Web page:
Putting a narrative film and a sculpture in dialogue, the installation Mass is based on the original matter, Æther, which has served as a backcloth for many creation myths, before finding an echo in the recent discoveries of quantum physics. The immersive experience between reality and science fiction unfolds in a video and scenographic environment, suggesting a theatre set. In the narrative film, June Balthazard and Pierre Pauze staged eminent scientists in their own roles: Chiara Mariotti (CERN particle physicist, EPS Emmy Noether Laureate 2018) and Michel Mayor (Astrophysicist, Nobel Prize 2019). The story takes place in an imaginary world in which a long-announced ecological disaster has occurred. In this tale of anticipation, humanity, plunged into a long night, faces an unprecedented crisis. While waiting for the dawn, scientists seek to understand this enigmatic natural phenomenon. The stretched night pushes them into existential questioning. They wonder about a vibratory substance that, in ancient beliefs as in the most current science, would link humanity and nature.
In the sculptural part, the artists deliver their version of a cosmos. The sculpture imitates elements of nature, like a model or a set. This imaginary landscape evokes pieces of planets. June Balthazard and Pierre Pauze have worked in an empirical way, filming the sculpture as a microcosm or laboratory. In particular, they filmed machines nested inside the sculpture, which animate matter thanks to vibrations. Through this sensory process, they gave a presence to the vibratory substance, normally invisible. The two films, presented side by side, put in co-presence the characters who are seeking this substance and the substance that seems to take shape, animating matter in a supernatural way. The sculpture is exposed inactive, as a piece of archaeology or the trace of a lost world.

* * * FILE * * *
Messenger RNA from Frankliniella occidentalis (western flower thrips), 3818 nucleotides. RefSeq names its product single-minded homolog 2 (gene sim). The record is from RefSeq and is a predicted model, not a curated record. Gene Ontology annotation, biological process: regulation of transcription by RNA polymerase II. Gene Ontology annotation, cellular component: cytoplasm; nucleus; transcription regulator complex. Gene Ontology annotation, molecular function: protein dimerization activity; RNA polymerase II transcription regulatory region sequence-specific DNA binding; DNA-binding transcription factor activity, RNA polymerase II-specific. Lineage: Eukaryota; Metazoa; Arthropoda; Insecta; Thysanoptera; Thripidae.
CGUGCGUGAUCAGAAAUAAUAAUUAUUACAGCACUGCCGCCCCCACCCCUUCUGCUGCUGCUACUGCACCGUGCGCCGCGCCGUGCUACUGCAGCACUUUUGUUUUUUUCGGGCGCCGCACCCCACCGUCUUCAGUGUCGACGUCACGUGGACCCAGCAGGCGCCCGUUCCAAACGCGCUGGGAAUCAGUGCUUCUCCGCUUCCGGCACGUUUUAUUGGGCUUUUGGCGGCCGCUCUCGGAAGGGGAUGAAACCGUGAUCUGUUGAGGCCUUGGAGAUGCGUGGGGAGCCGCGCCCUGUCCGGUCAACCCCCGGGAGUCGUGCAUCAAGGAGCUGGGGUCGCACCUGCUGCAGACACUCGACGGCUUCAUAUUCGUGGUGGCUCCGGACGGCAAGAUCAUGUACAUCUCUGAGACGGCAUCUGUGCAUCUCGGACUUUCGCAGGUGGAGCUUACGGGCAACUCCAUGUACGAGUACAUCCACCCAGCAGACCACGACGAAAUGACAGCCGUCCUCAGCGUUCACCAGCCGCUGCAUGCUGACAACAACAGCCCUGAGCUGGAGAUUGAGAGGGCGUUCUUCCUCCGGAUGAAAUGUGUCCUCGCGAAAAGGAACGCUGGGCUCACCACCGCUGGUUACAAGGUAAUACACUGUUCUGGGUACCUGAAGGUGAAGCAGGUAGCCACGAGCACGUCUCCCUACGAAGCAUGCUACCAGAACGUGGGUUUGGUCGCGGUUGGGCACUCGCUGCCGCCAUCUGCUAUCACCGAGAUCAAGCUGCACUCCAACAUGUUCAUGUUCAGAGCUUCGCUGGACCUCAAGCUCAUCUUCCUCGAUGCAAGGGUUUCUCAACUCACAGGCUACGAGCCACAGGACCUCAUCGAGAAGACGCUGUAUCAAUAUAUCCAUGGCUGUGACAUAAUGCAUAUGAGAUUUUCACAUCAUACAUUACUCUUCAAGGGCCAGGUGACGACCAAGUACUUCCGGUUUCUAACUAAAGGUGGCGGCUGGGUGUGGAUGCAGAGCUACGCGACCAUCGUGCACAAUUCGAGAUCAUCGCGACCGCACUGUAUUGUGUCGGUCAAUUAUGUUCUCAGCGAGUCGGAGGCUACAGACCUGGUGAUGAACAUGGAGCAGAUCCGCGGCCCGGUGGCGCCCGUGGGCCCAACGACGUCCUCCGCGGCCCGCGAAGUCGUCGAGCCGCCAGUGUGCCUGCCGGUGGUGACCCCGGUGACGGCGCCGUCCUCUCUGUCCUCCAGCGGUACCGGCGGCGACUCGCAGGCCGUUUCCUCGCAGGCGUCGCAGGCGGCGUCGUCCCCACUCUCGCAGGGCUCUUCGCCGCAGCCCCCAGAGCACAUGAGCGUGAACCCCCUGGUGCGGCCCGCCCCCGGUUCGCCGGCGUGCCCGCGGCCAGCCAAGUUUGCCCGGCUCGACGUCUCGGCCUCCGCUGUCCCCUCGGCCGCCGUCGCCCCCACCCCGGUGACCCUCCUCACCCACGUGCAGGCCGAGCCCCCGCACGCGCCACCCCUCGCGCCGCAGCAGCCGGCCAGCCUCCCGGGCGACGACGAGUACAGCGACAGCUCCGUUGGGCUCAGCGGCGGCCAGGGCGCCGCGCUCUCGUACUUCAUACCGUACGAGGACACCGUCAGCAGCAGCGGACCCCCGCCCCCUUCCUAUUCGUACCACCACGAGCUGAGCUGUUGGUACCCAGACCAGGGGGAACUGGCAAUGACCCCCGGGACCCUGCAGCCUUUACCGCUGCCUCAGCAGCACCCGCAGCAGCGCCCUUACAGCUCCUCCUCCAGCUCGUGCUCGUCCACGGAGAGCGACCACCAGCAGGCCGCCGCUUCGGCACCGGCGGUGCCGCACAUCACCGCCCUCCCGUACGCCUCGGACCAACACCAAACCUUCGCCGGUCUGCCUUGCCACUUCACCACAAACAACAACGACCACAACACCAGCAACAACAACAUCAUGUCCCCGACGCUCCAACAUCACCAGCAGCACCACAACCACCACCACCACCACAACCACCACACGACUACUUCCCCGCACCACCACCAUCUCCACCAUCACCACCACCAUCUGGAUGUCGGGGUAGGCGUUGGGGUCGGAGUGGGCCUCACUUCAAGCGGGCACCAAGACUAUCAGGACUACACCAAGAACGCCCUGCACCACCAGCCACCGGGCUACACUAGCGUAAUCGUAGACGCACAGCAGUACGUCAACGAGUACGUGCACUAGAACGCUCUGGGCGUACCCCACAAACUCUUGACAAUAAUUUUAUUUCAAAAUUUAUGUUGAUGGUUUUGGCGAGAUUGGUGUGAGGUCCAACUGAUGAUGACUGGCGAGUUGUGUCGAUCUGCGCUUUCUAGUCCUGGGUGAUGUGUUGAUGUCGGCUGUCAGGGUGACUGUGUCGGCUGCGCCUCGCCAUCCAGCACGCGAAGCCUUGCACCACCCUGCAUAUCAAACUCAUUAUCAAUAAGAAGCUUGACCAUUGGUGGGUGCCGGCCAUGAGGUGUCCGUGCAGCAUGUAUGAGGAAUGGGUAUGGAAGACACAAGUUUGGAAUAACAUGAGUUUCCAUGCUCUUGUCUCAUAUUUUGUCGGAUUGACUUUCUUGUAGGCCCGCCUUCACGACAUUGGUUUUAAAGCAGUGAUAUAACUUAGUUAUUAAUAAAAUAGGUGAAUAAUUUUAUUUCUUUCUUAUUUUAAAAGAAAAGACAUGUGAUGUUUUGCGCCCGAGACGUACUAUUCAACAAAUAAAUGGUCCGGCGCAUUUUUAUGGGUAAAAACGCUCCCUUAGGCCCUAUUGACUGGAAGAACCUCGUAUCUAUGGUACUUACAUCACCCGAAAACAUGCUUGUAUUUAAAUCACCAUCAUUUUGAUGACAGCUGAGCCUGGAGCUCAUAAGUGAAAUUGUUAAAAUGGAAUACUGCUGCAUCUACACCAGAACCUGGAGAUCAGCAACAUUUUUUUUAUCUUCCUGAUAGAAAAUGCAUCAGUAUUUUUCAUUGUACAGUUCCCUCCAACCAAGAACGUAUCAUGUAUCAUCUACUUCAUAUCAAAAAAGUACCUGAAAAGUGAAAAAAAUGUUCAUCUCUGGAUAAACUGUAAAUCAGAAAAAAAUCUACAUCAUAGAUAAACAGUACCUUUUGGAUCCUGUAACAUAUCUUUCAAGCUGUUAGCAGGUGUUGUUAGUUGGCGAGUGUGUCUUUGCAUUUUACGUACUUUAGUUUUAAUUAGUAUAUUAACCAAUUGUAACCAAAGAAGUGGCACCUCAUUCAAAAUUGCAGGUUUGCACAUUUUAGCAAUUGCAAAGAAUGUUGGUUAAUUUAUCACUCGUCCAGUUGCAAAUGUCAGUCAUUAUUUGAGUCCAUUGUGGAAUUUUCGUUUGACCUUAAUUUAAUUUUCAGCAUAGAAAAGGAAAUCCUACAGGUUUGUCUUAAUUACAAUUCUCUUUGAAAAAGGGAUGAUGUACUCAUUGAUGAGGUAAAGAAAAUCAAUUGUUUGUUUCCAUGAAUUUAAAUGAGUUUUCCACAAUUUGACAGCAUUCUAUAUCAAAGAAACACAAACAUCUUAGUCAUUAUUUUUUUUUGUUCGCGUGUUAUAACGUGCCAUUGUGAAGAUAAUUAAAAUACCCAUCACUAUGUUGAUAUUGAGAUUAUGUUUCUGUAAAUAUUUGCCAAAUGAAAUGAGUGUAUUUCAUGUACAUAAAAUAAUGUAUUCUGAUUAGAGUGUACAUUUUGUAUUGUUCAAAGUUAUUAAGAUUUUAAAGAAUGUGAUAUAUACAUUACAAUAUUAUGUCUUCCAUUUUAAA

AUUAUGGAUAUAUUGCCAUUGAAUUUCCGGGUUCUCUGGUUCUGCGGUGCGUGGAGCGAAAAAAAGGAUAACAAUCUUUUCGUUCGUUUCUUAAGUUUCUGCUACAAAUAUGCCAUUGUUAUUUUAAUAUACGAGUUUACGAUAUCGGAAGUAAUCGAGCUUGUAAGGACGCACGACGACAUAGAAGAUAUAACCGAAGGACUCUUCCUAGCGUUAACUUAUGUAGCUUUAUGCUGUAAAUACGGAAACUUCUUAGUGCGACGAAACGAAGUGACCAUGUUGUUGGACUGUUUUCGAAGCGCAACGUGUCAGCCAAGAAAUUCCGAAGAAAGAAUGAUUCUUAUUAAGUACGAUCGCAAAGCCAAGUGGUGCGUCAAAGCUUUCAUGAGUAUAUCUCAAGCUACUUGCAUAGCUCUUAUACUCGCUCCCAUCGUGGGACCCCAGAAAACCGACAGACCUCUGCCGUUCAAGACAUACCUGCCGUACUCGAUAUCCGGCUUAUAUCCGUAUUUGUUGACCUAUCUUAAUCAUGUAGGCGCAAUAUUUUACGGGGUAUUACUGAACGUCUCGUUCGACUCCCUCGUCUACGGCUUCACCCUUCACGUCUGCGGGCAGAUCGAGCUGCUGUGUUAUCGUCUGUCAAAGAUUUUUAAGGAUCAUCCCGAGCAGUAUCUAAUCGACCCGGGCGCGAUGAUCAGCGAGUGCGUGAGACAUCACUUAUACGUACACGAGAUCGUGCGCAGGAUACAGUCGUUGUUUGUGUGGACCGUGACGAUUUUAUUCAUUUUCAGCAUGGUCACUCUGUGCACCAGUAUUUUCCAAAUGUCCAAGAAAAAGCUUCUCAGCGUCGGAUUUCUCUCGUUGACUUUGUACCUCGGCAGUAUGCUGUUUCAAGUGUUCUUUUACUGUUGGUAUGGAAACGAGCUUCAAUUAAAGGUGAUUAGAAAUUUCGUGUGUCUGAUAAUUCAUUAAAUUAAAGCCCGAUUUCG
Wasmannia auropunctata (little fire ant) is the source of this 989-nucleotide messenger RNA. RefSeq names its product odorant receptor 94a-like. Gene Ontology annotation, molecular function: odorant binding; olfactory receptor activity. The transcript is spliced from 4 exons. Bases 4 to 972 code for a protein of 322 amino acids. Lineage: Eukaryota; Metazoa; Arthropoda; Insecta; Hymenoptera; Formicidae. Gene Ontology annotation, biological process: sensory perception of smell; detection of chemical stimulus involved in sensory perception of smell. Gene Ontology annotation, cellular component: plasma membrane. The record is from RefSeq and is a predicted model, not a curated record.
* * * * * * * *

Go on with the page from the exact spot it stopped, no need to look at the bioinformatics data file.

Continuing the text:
Mass was presented in a world premiere at the Taipei Biennial 2020, and shown in the exhibition Arts at CERN: when art and particle physics collide at CosmoCaixa in 2021, as part of the Barcelona City and Science Biennial. This work was originally commissioned by Hermès Horloger, Bienne, Switzerland.